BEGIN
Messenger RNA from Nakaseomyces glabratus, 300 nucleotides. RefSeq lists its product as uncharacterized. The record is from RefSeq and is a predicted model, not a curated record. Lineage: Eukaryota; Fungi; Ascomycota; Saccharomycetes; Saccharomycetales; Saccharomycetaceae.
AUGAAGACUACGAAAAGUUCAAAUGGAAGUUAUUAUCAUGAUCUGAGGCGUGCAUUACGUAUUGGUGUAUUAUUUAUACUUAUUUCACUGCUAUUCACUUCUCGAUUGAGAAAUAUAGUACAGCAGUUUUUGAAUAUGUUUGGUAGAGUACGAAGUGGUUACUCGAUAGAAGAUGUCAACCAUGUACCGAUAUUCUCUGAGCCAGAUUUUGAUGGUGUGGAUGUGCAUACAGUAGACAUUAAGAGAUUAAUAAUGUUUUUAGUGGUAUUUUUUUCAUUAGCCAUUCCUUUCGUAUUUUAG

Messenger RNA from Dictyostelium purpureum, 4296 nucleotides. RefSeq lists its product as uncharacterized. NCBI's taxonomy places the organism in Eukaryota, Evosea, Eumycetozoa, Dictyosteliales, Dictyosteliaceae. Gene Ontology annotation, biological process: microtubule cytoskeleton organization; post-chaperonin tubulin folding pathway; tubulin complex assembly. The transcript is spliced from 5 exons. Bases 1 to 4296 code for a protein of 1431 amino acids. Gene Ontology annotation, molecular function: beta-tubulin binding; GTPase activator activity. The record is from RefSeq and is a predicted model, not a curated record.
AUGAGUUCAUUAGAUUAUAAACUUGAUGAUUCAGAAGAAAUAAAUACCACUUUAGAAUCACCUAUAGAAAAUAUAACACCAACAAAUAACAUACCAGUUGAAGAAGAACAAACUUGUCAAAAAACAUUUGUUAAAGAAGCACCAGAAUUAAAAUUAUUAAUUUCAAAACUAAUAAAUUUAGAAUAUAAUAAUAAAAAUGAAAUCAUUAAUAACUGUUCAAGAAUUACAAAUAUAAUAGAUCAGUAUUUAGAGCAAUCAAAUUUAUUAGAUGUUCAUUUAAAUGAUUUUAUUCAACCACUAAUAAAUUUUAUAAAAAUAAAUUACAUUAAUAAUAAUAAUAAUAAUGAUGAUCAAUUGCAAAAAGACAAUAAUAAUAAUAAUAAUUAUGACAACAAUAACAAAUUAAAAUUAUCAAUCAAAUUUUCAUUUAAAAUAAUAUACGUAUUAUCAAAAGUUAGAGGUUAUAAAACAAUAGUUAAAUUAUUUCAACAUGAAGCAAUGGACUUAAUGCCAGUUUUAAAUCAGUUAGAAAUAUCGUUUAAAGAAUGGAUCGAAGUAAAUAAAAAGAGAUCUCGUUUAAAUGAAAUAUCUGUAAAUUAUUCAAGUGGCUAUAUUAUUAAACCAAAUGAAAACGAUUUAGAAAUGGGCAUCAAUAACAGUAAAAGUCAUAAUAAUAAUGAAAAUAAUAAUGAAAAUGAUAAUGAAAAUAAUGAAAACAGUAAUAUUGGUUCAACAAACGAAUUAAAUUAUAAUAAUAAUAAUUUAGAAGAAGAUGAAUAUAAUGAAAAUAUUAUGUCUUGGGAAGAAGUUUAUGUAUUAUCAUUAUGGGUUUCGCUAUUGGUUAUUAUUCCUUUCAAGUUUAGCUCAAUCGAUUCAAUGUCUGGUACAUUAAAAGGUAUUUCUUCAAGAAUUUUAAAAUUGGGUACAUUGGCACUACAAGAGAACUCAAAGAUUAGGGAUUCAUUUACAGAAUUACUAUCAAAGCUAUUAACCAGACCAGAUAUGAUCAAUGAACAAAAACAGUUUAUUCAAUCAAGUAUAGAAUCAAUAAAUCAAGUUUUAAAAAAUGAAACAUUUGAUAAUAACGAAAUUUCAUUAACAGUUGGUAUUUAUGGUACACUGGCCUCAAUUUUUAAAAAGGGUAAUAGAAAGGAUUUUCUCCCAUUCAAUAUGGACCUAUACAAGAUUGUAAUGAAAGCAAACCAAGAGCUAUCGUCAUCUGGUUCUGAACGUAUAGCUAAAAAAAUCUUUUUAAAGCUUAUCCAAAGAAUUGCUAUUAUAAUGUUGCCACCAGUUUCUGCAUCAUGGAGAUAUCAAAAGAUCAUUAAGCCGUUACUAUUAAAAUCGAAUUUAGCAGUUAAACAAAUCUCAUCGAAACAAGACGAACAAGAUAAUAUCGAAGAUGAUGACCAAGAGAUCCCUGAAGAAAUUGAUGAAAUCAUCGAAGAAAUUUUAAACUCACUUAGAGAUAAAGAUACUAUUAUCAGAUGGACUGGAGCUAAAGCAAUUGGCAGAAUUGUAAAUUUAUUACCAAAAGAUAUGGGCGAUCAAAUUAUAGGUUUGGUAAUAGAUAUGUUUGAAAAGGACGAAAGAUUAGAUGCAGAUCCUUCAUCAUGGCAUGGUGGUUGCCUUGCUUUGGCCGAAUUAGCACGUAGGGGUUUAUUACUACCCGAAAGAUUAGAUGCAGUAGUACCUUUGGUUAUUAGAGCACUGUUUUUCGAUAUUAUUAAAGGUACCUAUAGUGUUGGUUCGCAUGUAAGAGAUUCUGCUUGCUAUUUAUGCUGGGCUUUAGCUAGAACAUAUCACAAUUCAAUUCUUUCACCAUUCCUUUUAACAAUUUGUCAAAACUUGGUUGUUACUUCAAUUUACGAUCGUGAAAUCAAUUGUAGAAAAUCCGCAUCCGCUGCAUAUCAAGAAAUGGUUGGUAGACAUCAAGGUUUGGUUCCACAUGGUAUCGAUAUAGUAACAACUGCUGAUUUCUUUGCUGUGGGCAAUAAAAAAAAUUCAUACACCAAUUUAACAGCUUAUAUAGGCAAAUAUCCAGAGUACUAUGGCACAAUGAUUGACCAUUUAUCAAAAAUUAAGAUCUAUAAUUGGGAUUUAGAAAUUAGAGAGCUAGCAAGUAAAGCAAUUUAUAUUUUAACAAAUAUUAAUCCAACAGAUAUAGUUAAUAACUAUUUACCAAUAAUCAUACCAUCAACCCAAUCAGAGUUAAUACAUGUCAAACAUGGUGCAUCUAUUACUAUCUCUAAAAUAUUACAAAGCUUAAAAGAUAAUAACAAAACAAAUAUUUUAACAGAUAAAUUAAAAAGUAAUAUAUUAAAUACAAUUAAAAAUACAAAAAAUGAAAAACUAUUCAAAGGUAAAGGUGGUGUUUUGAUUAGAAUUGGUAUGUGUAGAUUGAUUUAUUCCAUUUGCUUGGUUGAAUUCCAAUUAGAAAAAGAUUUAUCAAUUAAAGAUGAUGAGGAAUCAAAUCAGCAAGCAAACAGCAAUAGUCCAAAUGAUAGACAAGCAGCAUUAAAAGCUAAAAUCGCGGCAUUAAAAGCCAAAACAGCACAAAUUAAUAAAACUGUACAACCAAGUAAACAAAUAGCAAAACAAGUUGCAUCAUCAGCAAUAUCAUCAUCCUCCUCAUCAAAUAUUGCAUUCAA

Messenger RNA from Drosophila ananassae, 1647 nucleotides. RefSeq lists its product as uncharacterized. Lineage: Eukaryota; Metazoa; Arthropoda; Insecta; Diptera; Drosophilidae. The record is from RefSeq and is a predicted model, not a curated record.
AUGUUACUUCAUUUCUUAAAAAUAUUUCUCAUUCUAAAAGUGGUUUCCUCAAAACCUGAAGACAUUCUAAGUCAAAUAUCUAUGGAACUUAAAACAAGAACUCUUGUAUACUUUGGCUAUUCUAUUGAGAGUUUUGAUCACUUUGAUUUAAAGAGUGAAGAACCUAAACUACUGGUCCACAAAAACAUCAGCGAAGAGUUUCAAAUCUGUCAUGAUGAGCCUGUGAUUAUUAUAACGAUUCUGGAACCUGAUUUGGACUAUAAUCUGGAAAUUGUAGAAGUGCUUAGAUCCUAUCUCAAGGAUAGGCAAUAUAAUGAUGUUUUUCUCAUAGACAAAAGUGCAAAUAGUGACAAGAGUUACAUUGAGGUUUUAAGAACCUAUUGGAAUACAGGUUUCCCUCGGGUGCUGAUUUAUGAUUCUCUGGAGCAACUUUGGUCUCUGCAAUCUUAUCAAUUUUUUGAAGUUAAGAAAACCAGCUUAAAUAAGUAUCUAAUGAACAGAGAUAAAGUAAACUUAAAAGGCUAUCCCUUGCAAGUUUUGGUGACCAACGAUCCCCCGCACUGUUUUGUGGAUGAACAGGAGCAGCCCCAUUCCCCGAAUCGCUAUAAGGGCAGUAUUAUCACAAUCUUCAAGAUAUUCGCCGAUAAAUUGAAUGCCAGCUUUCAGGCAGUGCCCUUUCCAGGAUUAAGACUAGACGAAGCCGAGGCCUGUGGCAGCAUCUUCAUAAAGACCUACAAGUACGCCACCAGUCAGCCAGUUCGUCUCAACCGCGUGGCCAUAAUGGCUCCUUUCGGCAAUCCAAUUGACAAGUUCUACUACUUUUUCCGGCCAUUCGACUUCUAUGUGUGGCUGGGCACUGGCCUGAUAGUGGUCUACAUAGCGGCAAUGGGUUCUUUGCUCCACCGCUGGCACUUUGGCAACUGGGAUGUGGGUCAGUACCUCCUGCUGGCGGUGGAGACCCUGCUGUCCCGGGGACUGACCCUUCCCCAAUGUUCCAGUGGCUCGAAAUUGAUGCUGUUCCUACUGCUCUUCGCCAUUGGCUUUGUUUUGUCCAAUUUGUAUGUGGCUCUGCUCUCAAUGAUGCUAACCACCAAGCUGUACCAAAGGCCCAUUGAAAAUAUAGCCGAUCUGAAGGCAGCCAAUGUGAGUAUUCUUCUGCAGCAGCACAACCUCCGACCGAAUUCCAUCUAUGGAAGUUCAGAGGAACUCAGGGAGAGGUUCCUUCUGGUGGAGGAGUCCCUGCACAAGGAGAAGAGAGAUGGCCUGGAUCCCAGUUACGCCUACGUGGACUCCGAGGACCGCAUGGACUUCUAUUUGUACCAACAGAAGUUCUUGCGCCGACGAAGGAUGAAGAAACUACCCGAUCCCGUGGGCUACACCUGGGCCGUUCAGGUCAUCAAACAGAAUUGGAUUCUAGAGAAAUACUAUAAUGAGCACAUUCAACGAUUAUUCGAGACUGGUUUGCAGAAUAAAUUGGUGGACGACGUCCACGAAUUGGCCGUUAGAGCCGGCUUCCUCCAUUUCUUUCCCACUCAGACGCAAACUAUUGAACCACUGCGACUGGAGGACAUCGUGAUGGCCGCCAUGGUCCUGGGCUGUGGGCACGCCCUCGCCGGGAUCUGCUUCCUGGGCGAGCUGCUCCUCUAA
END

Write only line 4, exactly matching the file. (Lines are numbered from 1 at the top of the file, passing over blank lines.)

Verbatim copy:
AUGAGUUCAUUAGAUUAUAAACUUGAUGAUUCAGAAGAAAUAAAUACCACUUUAGAAUCACCUAUAGAAAAUAUAACACCAACAAAUAACAUACCAGUUGAAGAAGAACAAACUUGUCAAAAAACAUUUGUUAAAGAAGCACCAGAAUUAAAAUUAUUAAUUUCAAAACUAAUAAAUUUAGAAUAUAAUAAUAAAAAUGAAAUCAUUAAUAACUGUUCAAGAAUUACAAAUAUAAUAGAUCAGUAUUUAGAGCAAUCAAAUUUAUUAGAUGUUCAUUUAAAUGAUUUUAUUCAACCACUAAUAAAUUUUAUAAAAAUAAAUUACAUUAAUAAUAAUAAUAAUAAUGAUGAUCAAUUGCAAAAAGACAAUAAUAAUAAUAAUAAUUAUGACAACAAUAACAAAUUAAAAUUAUCAAUCAAAUUUUCAUUUAAAAUAAUAUACGUAUUAUCAAAAGUUAGAGGUUAUAAAACAAUAGUUAAAUUAUUUCAACAUGAAGCAAUGGACUUAAUGCCAGUUUUAAAUCAGUUAGAAAUAUCGUUUAAAGAAUGGAUCGAAGUAAAUAAAAAGAGAUCUCGUUUAAAUGAAAUAUCUGUAAAUUAUUCAAGUGGCUAUAUUAUUAAACCAAAUGAAAACGAUUUAGAAAUGGGCAUCAAUAACAGUAAAAGUCAUAAUAAUAAUGAAAAUAAUAAUGAAAAUGAUAAUGAAAAUAAUGAAAACAGUAAUAUUGGUUCAACAAACGAAUUAAAUUAUAAUAAUAAUAAUUUAGAAGAAGAUGAAUAUAAUGAAAAUAUUAUGUCUUGGGAAGAAGUUUAUGUAUUAUCAUUAUGGGUUUCGCUAUUGGUUAUUAUUCCUUUCAAGUUUAGCUCAAUCGAUUCAAUGUCUGGUACAUUAAAAGGUAUUUCUUCAAGAAUUUUAAAAUUGGGUACAUUGGCACUACAAGAGAACUCAAAGAUUAGGGAUUCAUUUACAGAAUUACUAUCAAAGCUAUUAACCAGACCAGAUAUGAUCAAUGAACAAAAACAGUUUAUUCAAUCAAGUAUAGAAUCAAUAAAUCAAGUUUUAAAAAAUGAAACAUUUGAUAAUAACGAAAUUUCAUUAACAGUUGGUAUUUAUGGUACACUGGCCUCAAUUUUUAAAAAGGGUAAUAGAAAGGAUUUUCUCCCAUUCAAUAUGGACCUAUACAAGAUUGUAAUGAAAGCAAACCAAGAGCUAUCGUCAUCUGGUUCUGAACGUAUAGCUAAAAAAAUCUUUUUAAAGCUUAUCCAAAGAAUUGCUAUUAUAAUGUUGCCACCAGUUUCUGCAUCAUGGAGAUAUCAAAAGAUCAUUAAGCCGUUACUAUUAAAAUCGAAUUUAGCAGUUAAACAAAUCUCAUCGAAACAAGACGAACAAGAUAAUAUCGAAGAUGAUGACCAAGAGAUCCCUGAAGAAAUUGAUGAAAUCAUCGAAGAAAUUUUAAACUCACUUAGAGAUAAAGAUACUAUUAUCAGAUGGACUGGAGCUAAAGCAAUUGGCAGAAUUGUAAAUUUAUUACCAAAAGAUAUGGGCGAUCAAAUUAUAGGUUUGGUAAUAGAUAUGUUUGAAAAGGACGAAAGAUUAGAUGCAGAUCCUUCAUCAUGGCAUGGUGGUUGCCUUGCUUUGGCCGAAUUAGCACGUAGGGGUUUAUUACUACCCGAAAGAUUAGAUGCAGUAGUACCUUUGGUUAUUAGAGCACUGUUUUUCGAUAUUAUUAAAGGUACCUAUAGUGUUGGUUCGCAUGUAAGAGAUUCUGCUUGCUAUUUAUGCUGGGCUUUAGCUAGAACAUAUCACAAUUCAAUUCUUUCACCAUUCCUUUUAACAAUUUGUCAAAACUUGGUUGUUACUUCAAUUUACGAUCGUGAAAUCAAUUGUAGAAAAUCCGCAUCCGCUGCAUAUCAAGAAAUGGUUGGUAGACAUCAAGGUUUGGUUCCACAUGGUAUCGAUAUAGUAACAACUGCUGAUUUCUUUGCUGUGGGCAAUAAAAAAAAUUCAUACACCAAUUUAACAGCUUAUAUAGGCAAAUAUCCAGAGUACUAUGGCACAAUGAUUGACCAUUUAUCAAAAAUUAAGAUCUAUAAUUGGGAUUUAGAAAUUAGAGAGCUAGCAAGUAAAGCAAUUUAUAUUUUAACAAAUAUUAAUCCAACAGAUAUAGUUAAUAACUAUUUACCAAUAAUCAUACCAUCAACCCAAUCAGAGUUAAUACAUGUCAAACAUGGUGCAUCUAUUACUAUCUCUAAAAUAUUACAAAGCUUAAAAGAUAAUAACAAAACAAAUAUUUUAACAGAUAAAUUAAAAAGUAAUAUAUUAAAUACAAUUAAAAAUACAAAAAAUGAAAAACUAUUCAAAGGUAAAGGUGGUGUUUUGAUUAGAAUUGGUAUGUGUAGAUUGAUUUAUUCCAUUUGCUUGGUUGAAUUCCAAUUAGAAAAAGAUUUAUCAAUUAAAGAUGAUGAGGAAUCAAAUCAGCAAGCAAACAGCAAUAGUCCAAAUGAUAGACAAGCAGCAUUAAAAGCUAAAAUCGCGGCAUUAAAAGCCAAAACAGCACAAAUUAAUAAAACUGUACAACCAAGUAAACAAAUAGCAAAACAAGUUGCAUCAUCAGCAAUAUCAUCAUCCUCCUCAUCAAAUAUUGCAUUCAA